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Buick 455 Engine Bolt-Ons - Epic Buick 455 Dyno Thrash

Heads, Cams, Intakes--All Part Of The Epic Buick 455 Dyno Thrash

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Buicks are pretty good, if not great. That's an opinion long held at CC dating back to the time we swapped an old Electra 225 motor into a Skylark wagon for summer fun, and then again when the Buick beat all comers in the now legendary CC shootout of all the GM corporate big-blocks.

Sadly, the state of gearhead living has changed drastically over the last five years, and even here in SoCal, the Buick 455 engine donors just aren't in the 'yards or on the streets like they used to be. In fact, when Editor Glad did finally score a junkyard 455 while planning for this latest Buick story, the block turned out to be damaged beyond repair. Instead, the engine core we used came from the voice of the industry, Dave McClelland, who keeps a few in stock to feed his original '70 GS455 four-speed convertible.

With Buick cores starting to thin out, we figure you'd better get it right when you build one, not only to preserve the breed but also to live up to the Hemi-stomping heritage with some real street power. That's what this story is here for--to deliver the facts about what works and what doesn't on a simple, budget-built 455. We prowled the Buick message boards to learn what cams, heads, and intakes were most asked about, and those are the parts we'll test here for your edification. We'll give you the dyno-proven power using multiple combinations of two cams, four intakes, and three sets of heads. This month we'll kick it off with cam and intake testing using stock iron Stage 1-style heads, and next month you'll see how the iron heads stack up against the Edelbrocks and the entry-level aluminum offerings from TA Performance. Speaking of TA, we've got to thank Mike Tomaszewski over there, as well as local Buick fan (and owner of a 9-second, naturally aspirated GS455) Bruce Kent, both of whom loaned us parts and expertise.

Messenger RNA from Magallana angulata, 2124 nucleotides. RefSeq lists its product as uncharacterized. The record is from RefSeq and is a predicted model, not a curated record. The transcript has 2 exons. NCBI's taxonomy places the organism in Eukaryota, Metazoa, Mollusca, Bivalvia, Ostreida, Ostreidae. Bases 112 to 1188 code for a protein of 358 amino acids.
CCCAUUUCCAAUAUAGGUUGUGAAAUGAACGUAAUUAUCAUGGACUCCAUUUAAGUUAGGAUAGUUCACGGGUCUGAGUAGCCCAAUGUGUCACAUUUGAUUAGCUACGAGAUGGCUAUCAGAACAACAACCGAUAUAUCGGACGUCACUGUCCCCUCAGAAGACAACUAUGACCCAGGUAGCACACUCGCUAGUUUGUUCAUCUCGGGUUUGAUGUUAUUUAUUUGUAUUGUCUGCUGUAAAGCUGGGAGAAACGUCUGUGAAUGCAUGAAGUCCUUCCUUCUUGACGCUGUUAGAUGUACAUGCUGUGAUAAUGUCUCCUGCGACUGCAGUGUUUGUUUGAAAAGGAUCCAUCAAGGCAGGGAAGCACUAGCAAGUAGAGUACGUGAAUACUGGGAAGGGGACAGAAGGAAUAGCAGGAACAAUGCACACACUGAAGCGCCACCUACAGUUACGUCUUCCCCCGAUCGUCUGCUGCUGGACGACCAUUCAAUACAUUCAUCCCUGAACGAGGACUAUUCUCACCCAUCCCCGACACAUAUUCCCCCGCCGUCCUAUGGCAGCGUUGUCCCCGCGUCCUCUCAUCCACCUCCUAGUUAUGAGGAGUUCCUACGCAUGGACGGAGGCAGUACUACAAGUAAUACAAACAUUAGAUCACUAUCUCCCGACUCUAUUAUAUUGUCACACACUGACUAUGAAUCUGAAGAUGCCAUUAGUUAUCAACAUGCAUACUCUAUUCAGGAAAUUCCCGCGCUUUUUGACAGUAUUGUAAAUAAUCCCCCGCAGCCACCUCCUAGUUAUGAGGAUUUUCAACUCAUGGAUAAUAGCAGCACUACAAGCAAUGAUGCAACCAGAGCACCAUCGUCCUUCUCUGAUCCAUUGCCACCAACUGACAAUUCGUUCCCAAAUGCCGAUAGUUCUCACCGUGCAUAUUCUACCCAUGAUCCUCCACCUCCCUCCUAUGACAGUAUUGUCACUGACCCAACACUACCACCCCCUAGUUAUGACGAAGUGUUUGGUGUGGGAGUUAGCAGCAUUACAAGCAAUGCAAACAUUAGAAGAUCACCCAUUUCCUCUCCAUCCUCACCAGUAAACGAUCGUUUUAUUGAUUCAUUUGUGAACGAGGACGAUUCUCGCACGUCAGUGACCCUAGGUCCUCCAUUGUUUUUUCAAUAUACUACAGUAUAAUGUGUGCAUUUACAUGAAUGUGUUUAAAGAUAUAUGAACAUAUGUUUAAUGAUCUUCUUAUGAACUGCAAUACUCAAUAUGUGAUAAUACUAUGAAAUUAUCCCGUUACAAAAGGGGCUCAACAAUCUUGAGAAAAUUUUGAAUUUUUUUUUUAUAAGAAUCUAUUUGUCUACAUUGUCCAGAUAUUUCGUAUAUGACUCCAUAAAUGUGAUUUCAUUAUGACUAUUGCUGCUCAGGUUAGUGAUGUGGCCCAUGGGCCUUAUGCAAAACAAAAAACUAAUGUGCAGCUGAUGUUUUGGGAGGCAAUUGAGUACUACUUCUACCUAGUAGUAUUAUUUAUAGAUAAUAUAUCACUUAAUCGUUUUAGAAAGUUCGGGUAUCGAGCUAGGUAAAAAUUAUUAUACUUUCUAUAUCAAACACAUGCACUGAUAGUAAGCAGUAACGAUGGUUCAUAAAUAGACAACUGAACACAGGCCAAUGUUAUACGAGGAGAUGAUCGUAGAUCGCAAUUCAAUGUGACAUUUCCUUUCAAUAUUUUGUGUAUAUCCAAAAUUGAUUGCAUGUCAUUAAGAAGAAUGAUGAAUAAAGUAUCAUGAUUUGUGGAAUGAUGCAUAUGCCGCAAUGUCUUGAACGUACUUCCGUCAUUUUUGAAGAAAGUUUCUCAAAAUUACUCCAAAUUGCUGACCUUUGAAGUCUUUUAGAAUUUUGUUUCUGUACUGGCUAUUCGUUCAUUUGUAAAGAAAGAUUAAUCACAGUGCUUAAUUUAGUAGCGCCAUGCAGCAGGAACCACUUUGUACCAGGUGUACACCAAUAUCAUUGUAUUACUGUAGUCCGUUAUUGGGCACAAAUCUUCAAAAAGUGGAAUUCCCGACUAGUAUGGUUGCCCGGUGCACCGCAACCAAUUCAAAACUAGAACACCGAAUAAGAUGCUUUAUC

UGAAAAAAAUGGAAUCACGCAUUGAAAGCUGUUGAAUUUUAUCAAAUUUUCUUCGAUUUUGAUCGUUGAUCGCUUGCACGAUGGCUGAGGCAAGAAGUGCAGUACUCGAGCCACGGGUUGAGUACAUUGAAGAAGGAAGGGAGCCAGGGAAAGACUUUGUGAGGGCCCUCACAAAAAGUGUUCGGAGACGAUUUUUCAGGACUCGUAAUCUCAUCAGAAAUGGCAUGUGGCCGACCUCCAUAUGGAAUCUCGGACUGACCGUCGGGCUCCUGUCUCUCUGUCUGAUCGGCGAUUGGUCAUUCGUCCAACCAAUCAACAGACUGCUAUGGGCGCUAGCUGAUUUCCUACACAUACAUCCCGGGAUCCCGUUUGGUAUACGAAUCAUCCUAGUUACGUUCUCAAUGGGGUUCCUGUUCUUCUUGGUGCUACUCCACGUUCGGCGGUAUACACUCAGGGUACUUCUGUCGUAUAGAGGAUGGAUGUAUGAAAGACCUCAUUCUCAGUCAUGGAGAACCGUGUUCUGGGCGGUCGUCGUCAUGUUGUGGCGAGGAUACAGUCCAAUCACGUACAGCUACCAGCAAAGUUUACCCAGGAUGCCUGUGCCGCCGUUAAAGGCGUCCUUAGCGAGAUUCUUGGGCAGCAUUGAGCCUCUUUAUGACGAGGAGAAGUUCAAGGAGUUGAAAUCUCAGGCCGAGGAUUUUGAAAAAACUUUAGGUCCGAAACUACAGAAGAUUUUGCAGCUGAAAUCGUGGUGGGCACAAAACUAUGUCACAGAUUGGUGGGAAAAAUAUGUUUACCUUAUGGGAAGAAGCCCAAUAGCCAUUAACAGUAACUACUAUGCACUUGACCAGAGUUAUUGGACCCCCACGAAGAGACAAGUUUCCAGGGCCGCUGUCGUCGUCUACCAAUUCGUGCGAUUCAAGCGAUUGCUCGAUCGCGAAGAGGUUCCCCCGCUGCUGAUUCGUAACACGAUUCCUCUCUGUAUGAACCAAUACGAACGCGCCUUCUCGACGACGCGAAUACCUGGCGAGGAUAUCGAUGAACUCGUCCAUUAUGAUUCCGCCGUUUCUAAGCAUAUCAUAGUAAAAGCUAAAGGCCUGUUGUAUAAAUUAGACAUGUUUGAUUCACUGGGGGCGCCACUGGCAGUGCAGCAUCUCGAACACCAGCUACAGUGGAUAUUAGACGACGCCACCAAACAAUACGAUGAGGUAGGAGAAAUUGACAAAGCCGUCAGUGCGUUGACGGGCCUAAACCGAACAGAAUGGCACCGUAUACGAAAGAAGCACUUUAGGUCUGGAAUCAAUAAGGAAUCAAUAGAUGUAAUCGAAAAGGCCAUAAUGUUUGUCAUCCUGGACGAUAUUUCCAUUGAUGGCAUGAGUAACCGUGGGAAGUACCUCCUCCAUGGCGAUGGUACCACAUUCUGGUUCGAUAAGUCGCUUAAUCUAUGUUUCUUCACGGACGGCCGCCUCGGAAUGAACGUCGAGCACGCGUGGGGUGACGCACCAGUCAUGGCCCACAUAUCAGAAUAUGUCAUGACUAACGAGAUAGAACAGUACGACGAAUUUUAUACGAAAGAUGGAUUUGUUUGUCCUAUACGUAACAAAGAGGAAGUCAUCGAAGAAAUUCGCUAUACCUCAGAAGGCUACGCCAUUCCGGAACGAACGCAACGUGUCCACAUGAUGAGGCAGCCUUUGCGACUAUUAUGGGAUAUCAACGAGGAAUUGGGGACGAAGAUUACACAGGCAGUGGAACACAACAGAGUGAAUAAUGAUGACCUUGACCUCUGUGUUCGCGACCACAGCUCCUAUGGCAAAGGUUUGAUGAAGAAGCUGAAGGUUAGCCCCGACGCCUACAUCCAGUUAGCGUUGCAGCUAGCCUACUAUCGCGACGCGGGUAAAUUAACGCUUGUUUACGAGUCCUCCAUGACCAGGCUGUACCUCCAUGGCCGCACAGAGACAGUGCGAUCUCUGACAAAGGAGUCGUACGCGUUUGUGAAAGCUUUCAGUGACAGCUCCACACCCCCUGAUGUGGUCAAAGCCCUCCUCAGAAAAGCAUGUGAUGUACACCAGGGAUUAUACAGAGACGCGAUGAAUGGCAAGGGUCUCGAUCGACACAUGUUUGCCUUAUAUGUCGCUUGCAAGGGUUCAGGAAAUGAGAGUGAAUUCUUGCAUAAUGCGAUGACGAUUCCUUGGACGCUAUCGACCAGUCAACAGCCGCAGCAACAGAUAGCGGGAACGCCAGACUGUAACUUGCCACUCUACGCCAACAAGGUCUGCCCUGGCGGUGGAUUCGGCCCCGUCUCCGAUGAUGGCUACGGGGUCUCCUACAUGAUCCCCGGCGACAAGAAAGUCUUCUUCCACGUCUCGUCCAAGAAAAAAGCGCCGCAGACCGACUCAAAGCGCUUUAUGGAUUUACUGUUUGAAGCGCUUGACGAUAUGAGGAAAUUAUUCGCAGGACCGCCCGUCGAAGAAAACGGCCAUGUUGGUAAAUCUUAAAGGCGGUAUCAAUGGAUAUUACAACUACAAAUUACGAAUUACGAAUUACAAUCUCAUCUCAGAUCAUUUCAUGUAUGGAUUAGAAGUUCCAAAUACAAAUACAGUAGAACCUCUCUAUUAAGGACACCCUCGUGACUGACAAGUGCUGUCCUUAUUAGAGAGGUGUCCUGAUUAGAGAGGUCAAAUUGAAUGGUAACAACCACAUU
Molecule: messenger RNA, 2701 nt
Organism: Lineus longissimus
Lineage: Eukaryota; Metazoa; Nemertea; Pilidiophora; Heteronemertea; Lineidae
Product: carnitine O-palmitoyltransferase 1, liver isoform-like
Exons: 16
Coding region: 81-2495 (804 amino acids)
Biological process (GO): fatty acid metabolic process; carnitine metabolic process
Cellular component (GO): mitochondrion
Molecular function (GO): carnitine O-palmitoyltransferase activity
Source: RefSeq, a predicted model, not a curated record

The Baseline Long-Block
All the testing in our stories was done with the old McClelland short-block rebuilt by JMS Racing Engines. The combo is as basic as it can get and easily duplicated. The only nonstock components in the short-block are ARP rod bolts and Speed-Pro forged pistons, PN L2353F, in a 0.030-inch overbore (stock bore is 4.3125, so our bore is 4.3425 for 462 ci). The Speed-Pro slugs are the lowest-priced forged pistons you can buy for the 455; TA Performance sells them for $429.95 a set. However, they do have some drawbacks, including an old-school 5/64-inch ring pack and a hefty 758-gram weight. Also, the dished Speed-Pros do not have valve reliefs in 'em, but TA Performance also sells precut pistons for an extra $85, and that's what we used. For just an extra $235 to $250, you could get modern, lightweight, custom forgings with 1/16-inch rings, and the extra money could be well worth the opportunity for more compression.

The Buick 455s were launched in 1970 with 10.0:1 to 10.5:1 compression, but that fell to 8.5:1 in 1971 and then to 8.3:1 before the engine was discontinued after the '76 model year. On our test engine, the compression represents what you'll get from a stock '71 to '76 junkyard 455 or what is running in your Buick right now. The Speed-Pro L2353F pistons start life with 27.8cc dishes, then add another 3 to 4 cc for the custom valve notches, bringing the total to about 32 cc. The compression height is 1.975, the stock rods are 6.600 inches, the stock stroke is 3.900 inches, and the production deck height is 10.57 inches. That adds up to pistons that are 0.045 in the hole, but JMS decked the block 0.005, so the real-world number is a poor 0.040 below the deck. The Fel-Pro Performance PN 1125 head gaskets have 4.385-inch bores and a 0.041-inch compressed thickness. Work those numbers with the 70cc chambers in the iron heads used this month and the compression ratio is just 8.77:1.

The heads we used are the stock, reconditioned units from TA Performance, and they use the Stage 1 valve sizes of 2.125/1.750 inches. The regular production 455 heads are the same casting as Stage 1 heads but use smaller 2.00/1.625 valves; TA uses the '74-and-earlier castings and opens up the valve size, just as the factory did. The '75 to '76 castings have factory 78cc chambers and are never used by TA. The '70 heads are 68 cc, and the '71 to '74 units have 71cc chambers that are milled to 69 to 70 cc during the rebuild process.

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